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Comparative Analysis of Hypercomputational Systems Submitted in partial fulfilment
"... In the 1930s, Turing suggested his abstract model for a practical computer, hypothetically visualizing the digital programmable computer long before it was actually invented. His model formed the foundation for every computer made today. The past few years have seen a change in ideas where philosoph ..."
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In the 1930s, Turing suggested his abstract model for a practical computer, hypothetically visualizing the digital programmable computer long before it was actually invented. His model formed the foundation for every computer made today. The past few years have seen a change in ideas where philosophers and scientists are suggesting models of hypothetical computing devices which can outperform the Turing machine, performing some calculations the latter is unable to. The ChurchTuring Thesis, which the Turing machine model embodies, has raised discussions on whether it could be possible to solve undecidable problems which Turing’s model is unable to. Models which could solve these problems, have gone further to claim abilities relating to quantum computing, relativity theory, even the modeling of natural biological laws themselves. These so called ‘hypermachines ’ use hypercomputational abilities to make the impossible possible. Various models belonging to different disciplines of physics, mathematics and philosophy, have been suggested for these theories. My (primarily researchoriented) project is based on the study and review of these different hypercomputational models and attempts to compare the different models in terms of computational power. The project focuses on the ability to compare these models of different disciplines on similar grounds and
Kleene Automata And Recursion Theory
, 1992
"... . Following the introduction of a theoretical computational model on infinite objects, the !input Turing machine, we present a new type of infinite automata, the Kleene automata. We show it recognizes exactly the class of arithmetical !languages. Essentially, it is a propositional automaton for w ..."
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. Following the introduction of a theoretical computational model on infinite objects, the !input Turing machine, we present a new type of infinite automata, the Kleene automata. We show it recognizes exactly the class of arithmetical !languages. Essentially, it is a propositional automaton for which the transition relation is recursive and the interpretation of atomic formulas associated with each state is recursive. The acceptance conditions are built up hierarchically by adding to each level, the recursive disjunctions of negations of the previous level's formulas. The first level is a propositional temporal logic restricted to the only one temporal operator next. We show the expressive power of this logic to be the class of recursive !languages. 1. Background and introduction. Concurrent systems are often modeled as having infinite behavior and their specification or verification should be based on a theory of computation for infinite objects. Vardi [Var87] proposed an infinita...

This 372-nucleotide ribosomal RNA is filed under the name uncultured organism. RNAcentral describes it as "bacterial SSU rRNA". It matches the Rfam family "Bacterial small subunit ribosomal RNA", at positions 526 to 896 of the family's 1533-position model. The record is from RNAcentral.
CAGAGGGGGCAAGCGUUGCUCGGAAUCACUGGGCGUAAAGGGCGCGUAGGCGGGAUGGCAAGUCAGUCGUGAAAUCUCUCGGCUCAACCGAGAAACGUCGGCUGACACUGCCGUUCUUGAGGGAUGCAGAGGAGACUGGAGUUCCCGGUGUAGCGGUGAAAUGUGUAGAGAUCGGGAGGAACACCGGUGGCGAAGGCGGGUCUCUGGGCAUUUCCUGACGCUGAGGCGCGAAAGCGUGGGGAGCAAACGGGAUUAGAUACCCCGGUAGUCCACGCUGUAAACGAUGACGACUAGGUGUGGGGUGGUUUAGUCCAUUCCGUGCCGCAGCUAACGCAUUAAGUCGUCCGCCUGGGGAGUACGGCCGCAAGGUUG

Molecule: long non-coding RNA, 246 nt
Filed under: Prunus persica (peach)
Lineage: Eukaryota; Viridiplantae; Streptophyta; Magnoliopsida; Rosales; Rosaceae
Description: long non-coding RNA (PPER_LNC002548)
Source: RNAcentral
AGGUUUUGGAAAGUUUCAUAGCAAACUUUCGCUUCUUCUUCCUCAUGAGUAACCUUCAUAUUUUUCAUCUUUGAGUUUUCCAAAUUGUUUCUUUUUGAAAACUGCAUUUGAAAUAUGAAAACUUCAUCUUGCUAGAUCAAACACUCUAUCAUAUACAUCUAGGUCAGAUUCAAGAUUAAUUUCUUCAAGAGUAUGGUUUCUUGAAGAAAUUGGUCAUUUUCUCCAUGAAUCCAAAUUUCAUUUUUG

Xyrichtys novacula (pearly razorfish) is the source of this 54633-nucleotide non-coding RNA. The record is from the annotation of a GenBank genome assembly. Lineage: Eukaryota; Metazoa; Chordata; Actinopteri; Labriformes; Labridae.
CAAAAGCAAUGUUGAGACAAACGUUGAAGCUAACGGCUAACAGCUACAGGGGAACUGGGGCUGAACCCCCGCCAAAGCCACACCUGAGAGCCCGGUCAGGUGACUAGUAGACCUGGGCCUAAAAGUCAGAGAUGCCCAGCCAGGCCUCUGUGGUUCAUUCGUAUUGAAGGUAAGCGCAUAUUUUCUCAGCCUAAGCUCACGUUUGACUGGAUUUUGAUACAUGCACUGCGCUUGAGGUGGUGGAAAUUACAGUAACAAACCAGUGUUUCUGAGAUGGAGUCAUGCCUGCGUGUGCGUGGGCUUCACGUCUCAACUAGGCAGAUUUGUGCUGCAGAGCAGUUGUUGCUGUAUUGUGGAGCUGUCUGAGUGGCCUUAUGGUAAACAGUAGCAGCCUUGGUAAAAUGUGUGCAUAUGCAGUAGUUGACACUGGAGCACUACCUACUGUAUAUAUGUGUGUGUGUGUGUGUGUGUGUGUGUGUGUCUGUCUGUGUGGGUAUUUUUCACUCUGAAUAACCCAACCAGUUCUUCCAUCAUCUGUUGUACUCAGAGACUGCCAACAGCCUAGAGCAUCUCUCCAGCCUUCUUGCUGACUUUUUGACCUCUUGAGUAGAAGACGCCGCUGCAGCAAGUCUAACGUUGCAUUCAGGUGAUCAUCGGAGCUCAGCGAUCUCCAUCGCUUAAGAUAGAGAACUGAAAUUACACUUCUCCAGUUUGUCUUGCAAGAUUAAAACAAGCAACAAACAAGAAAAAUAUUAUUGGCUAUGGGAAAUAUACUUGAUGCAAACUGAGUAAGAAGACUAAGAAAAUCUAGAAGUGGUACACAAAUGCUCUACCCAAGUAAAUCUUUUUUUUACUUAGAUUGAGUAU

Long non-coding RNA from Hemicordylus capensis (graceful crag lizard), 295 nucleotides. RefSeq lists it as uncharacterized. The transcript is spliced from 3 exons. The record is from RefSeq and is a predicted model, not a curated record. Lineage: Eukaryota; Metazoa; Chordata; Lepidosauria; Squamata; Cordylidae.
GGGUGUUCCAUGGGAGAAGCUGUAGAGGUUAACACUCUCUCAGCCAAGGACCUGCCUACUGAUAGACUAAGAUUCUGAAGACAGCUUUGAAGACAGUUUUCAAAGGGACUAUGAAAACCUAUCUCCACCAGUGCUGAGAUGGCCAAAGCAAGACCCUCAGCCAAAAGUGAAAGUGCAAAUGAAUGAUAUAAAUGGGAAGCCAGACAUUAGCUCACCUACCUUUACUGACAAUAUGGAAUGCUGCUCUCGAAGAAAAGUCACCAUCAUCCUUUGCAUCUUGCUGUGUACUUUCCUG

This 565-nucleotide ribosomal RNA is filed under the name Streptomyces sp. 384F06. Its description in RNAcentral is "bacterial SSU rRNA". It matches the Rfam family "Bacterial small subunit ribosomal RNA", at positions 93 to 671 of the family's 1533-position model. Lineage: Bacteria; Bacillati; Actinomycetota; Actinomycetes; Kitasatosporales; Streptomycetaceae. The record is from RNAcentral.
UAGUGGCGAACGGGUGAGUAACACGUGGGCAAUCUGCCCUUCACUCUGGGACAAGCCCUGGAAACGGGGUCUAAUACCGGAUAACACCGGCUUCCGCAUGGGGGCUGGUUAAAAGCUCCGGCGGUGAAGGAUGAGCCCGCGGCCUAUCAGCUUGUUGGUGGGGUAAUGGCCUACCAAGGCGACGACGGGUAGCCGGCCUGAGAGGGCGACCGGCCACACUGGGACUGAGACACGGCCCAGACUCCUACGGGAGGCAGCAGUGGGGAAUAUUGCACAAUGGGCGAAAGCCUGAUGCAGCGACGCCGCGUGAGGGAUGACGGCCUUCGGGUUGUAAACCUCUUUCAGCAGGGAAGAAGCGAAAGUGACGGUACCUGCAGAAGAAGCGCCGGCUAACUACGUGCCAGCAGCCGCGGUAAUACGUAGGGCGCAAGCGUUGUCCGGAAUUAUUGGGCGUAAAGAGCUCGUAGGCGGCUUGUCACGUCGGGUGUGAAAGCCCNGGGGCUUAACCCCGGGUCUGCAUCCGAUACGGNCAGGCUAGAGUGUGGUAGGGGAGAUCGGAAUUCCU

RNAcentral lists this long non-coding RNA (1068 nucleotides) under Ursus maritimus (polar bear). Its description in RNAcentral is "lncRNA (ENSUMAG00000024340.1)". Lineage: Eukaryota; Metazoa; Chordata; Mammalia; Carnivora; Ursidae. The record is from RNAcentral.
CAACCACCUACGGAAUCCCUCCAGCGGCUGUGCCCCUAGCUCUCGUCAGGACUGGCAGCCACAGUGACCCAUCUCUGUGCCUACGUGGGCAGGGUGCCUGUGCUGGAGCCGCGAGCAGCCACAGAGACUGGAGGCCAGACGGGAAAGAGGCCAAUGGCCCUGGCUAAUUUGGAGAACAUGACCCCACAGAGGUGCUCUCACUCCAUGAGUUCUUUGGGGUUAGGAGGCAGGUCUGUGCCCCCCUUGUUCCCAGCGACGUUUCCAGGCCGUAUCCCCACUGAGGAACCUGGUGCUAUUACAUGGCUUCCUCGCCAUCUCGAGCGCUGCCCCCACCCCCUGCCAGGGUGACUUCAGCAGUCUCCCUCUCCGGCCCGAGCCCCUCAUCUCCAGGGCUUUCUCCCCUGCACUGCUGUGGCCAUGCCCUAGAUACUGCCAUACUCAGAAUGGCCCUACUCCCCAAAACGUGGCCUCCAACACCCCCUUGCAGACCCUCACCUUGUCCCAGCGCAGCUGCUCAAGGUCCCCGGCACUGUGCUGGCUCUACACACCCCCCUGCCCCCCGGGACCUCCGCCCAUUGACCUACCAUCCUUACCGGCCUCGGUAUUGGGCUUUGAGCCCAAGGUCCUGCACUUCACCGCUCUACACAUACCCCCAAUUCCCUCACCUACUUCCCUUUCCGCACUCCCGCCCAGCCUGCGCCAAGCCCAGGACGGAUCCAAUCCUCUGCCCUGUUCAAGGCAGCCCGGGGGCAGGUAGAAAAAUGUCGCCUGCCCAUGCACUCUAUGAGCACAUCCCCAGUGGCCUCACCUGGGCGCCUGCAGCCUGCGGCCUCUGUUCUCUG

A Note on First Order Unification
, 2000
"... this article a language L for the predicate calculus whose only predicate symbol = is the 2ary one for the equality and whose function symbols are a 2ary one ap for application together with a set of 0ary symbols divided into ground symbols and unknowns. The unknowns correspond to the function le ..."
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this article a language L for the predicate calculus whose only predicate symbol = is the 2ary one for the equality and whose function symbols are a 2ary one ap for application together with a set of 0ary symbols divided into ground symbols and unknowns. The unknowns correspond to the function letters of [2], page 263, while the ground symbols to its function symbols. We remark: unknowns are function symbols of the language L that should not be confused with variables of L. Usually, we use capital letters X , Y , Z, perhaps indexed, for denoting unknowns; the letters u, v, w for variables; other small letters and numbers for ground symbols.
Church’s Thesis
"... In this project we will learn about both primitive recursive and general recursive functions. We will also learn about Turing computable functions, and will discuss why the class of general recursive functions coincides with the class of Turing computable functions. We will introduce the effectively ..."
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In this project we will learn about both primitive recursive and general recursive functions. We will also learn about Turing computable functions, and will discuss why the class of general recursive functions coincides with the class of Turing computable functions. We will introduce the effectively calculable functions, and the ideas behind Alonzo Church’s (1903–1995) proposal to identify the
INTERMEDIATE LOGICS AND THE DE JONGH PROPERTY
, 2009
"... Abstract. We prove that all extensions of Heyting Arithmetic with a logic that has the finite frame property possess the de Jongh property. Dedicated to Petr Hájek, on the occasion of his 70th Birthday 1. Preface The three authors of this paper have enjoyed Petr Hájek’s acquaintance since the late e ..."